The massive customer-data collection system known as CARDS envisioned by Finra won’t work, the Financial Services Institute said in a comment letter Thursday.
“We are concerned the development and implementation of CARDS is simply not feasible while preserving widespread investor access to the services of independent broker-dealers and financial advisors,” the trade group said. “Therefore, FSI cannot support the creation and implementation of CARDS as currently proposed.”
The controversial CARDS proposal would download customer trade data from clearing firms and allow Finra to analyze it for compliance and exam purposes.
Finra is taking comment on the CARDS concept through Friday. The regulator has not yet developed a formal rule proposal for the project.
The FSI expressed concerns about data security and privacy, and warned that challenges with data standardization and system infrastructure might be insurmountable.
As proposed, “CARDS presents significant challenges due to its ambitious scope and massive scale,” the FSI letter said.
After industry observers raised concerns over data security, Finra this month announced that CARDS would not collect personally identifiable customer information.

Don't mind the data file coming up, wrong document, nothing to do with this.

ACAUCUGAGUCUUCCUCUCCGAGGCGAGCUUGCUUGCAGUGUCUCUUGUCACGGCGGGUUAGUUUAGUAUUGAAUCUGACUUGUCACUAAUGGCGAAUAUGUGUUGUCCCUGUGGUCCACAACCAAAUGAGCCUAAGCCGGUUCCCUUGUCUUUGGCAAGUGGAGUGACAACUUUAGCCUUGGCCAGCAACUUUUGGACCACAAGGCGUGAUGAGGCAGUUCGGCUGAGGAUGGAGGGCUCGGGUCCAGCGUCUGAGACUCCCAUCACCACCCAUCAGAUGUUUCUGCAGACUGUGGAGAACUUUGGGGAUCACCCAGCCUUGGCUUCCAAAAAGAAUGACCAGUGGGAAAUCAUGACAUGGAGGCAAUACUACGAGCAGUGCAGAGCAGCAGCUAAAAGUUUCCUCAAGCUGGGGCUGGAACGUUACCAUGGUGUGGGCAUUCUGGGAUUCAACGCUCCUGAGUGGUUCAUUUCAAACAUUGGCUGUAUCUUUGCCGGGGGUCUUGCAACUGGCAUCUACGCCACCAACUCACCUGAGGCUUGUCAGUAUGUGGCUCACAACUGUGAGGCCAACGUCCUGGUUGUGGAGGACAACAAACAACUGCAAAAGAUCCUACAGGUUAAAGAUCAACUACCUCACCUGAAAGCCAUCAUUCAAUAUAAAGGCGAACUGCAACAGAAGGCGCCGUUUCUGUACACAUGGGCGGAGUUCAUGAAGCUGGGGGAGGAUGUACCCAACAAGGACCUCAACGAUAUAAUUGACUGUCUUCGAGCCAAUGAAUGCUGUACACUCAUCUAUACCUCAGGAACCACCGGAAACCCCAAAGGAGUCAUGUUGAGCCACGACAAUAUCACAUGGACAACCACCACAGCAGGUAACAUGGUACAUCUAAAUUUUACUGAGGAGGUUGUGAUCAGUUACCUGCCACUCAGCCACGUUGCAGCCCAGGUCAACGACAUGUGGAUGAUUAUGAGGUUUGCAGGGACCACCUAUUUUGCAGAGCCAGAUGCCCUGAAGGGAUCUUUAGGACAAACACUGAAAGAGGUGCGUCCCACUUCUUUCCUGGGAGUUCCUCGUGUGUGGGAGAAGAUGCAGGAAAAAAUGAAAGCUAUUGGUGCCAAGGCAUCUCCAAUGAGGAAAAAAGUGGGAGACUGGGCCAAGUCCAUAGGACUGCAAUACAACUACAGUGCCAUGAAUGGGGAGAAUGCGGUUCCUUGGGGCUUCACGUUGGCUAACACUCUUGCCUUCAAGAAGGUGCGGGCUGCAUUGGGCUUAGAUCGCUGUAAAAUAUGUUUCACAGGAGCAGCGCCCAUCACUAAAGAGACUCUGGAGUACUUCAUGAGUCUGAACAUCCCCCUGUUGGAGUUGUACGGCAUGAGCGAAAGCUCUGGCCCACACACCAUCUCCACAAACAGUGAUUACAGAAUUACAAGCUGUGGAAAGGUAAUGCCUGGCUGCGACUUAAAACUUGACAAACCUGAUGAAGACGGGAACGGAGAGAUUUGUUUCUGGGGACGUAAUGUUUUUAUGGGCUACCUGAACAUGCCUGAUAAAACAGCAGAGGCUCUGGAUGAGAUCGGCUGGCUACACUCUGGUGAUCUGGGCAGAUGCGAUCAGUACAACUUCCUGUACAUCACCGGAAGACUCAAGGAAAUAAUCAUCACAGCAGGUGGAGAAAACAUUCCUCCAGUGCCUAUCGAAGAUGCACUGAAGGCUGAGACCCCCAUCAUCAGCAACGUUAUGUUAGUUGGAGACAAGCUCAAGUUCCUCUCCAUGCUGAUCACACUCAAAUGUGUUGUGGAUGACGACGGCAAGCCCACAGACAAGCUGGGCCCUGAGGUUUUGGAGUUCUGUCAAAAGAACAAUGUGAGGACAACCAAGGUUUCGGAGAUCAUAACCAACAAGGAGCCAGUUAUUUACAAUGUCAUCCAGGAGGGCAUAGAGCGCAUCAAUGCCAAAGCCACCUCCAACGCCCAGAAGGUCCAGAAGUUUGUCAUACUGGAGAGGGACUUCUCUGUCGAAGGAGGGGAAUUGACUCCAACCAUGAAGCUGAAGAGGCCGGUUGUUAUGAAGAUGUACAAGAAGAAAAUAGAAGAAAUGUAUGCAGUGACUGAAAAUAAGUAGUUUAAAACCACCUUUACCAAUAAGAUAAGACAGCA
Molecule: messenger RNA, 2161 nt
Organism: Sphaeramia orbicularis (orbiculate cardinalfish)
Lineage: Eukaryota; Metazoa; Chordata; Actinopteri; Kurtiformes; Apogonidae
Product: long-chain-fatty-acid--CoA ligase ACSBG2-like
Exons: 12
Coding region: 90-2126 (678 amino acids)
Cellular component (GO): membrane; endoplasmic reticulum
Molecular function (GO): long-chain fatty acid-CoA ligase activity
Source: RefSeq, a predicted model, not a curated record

But data security issues still remain with consolidated information kept by clearing firms, the FSI said.
Clearing firms currently hold customer data like names, addresses and Social Security numbers, said FSI general counsel Dave Bellaire, in an interview.
What CARDS does is require firms to provide suitability data like birthdates, income and net worth, plus business done directly with product sponsors, and consolidate all of it at clearing firms, Bellaire said. CARDS would then create “a pipeline between a clearing firm and Finra [and] when you create a door on either end, you introduce vulnerability into the system.”